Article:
The toner composition of the present invention is useful in a color toner, and as colorants, the following can be used.

Yellow Organic Pigments

Benzidine based pigments such as

C. I. 21090 (Pigment Yellow 12)

C. I. 21095 (Pigment Yellow 14)

C. I. 21100 (Pigment Yellow 13)

C. I. 21105 (Pigment Yellow 17)

These pigments can be used alone or in combination with each other.

Magenta Organic Pigments

Xanthene-based Pigment Red 81 (CI 45160)

Quinacridone-based 2,9-dimethylquinacridone,

Methine-based astracrokicine dye,

Thioindigo-based Vat Red 2 (CI 788655),

Azo Lake-based Brilliant Carmine 6B (CI 15850)

These can be used alone or in combination with each other.

Blue Pigments

Compounds classified into C. I. Pigment Blue 15, C. I. Pigment Blue 68 and C. I. Solvent Blue 70.

Phthalocyaine-based pigments such as C. I. Nos 74260, 74280, 74255, 74160 and 74180.

These can be used alone or in combination with each other.

______________________________________ Oil Dyes ______________________________________ C.I. Solvent Red 24 C.I Solvent Violet 13 C.I. Solvent Blue 7 C.I. Solvent Blue 35 C.I. Solvent Green 35 C.I. Solvent Brown 5 C.I. Solvent Yellow 2 C.I. Solvent Yellow 14 C.I. Solvent Orange 7 C.I. Solvent Red 3 ______________________________________

These can be used alone or in combination with each other.

The toner composition of the present invention contains, in addition to the vinyl-modified polyester resin and the colorant, a negative charging-controlling agent as main components. As the negative charging-controlling agent, the metal complexcompounds of salicylic acid or the ester of salicylic acid and alkyl alcohol can be used.

In accordance with the present invention, as described above, positive chargability of the amino group is provided by graft polymerizing an amino group-containing vinyl monomer to a polyester resin. Use of the resin in combination with anegative charging-controlling agent avoids an excessive increase in the charged amount during the time of use depending on the type of a colorant and the type of a carrier as encounted in the toner where a polyester resin alone is used or a graft polymerof styrene to the polyester resin is used. Furthermore, electric charges having a suitable charged amount can be provided to the toner. Thus the range chosen for the colorant or carrier can be broadened, and furthermore toners having stabilizedcharging properties can be obtained. Thus there can be provided toners which are excellent in fixability, and are excellent in negative charging properties in connection with development of electrostatic latent images, and high quality copied images canbe obtained.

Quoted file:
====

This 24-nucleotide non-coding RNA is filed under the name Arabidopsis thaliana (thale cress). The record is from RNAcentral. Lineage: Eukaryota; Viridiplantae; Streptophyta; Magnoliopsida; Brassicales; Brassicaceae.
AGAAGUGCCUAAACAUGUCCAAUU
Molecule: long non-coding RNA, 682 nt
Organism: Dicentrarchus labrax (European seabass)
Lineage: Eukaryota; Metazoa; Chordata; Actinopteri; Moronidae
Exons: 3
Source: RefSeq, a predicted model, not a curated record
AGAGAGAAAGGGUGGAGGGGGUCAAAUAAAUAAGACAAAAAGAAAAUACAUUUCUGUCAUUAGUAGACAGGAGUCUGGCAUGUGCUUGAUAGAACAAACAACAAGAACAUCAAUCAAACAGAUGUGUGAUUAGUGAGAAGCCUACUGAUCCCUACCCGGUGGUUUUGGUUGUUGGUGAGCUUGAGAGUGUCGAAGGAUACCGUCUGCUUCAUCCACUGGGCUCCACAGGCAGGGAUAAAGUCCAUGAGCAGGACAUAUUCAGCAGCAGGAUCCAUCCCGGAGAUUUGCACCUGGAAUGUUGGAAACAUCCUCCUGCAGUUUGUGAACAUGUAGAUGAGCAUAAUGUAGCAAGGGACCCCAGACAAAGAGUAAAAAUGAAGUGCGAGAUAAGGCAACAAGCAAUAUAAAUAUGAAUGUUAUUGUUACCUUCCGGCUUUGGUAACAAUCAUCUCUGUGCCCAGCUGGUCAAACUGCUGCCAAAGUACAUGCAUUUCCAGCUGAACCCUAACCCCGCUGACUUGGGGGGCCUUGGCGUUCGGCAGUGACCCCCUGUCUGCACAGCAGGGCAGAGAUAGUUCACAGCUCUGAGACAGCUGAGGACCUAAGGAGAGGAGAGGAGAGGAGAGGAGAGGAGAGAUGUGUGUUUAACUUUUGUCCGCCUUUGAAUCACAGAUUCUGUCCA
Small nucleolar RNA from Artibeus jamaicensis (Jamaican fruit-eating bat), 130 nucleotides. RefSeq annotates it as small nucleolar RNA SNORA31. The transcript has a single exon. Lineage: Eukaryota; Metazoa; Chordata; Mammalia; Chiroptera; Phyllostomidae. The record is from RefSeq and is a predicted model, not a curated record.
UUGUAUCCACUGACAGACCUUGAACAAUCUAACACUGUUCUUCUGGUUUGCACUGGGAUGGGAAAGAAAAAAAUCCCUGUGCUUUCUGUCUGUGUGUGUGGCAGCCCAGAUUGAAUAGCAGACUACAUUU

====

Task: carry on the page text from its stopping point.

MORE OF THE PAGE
The present invention is described in greater detail with reference to the following examples. All parts are by weight.

EXAMPLE 1

(Production of Vinyl-Modified Polyester Resin)

68 parts of polyoxyethylene(2)-2,2-bis(4-hydroxyphenyl)propane, 16 parts of isophthalic acid, 16 parts of terephthalic acid, 0.3 part of maleic anhydride and 0.06 part of dibutyltin oxide were placed in a flask, were reacted in a nitrogenatmosphere at 230.degree. C. for 24 hours, and then taken out of the flask.

The weight average molecular weight of the unsaturated polyester resin as obtained above was 11,000.

50 parts of the unsaturated polyester resin and 50 parts of xylene were placed in a flask and dissolved. The temperature was raised until xylene began to reflux. While refluxing the xylene, a solution of 0.4 part of azobisisobutyronitriledissolved in 13 parts of styrene and 0.5 part of diethylaminoethyl methacrylate was dropped in a nitrogen atmosphere over about 30 minutes. After the completion of dropwise addition, the mixture was maintained for 3 hours. After distillation underreduced pressure of xylol, the resin was taken out. A binder resin having a weight average molecular weight of 12,500, a melt viscosity at 100.degree. C. of 7.times.10.sup.4 poises, and a glass transition temperature of 63.degree. C. was obtained.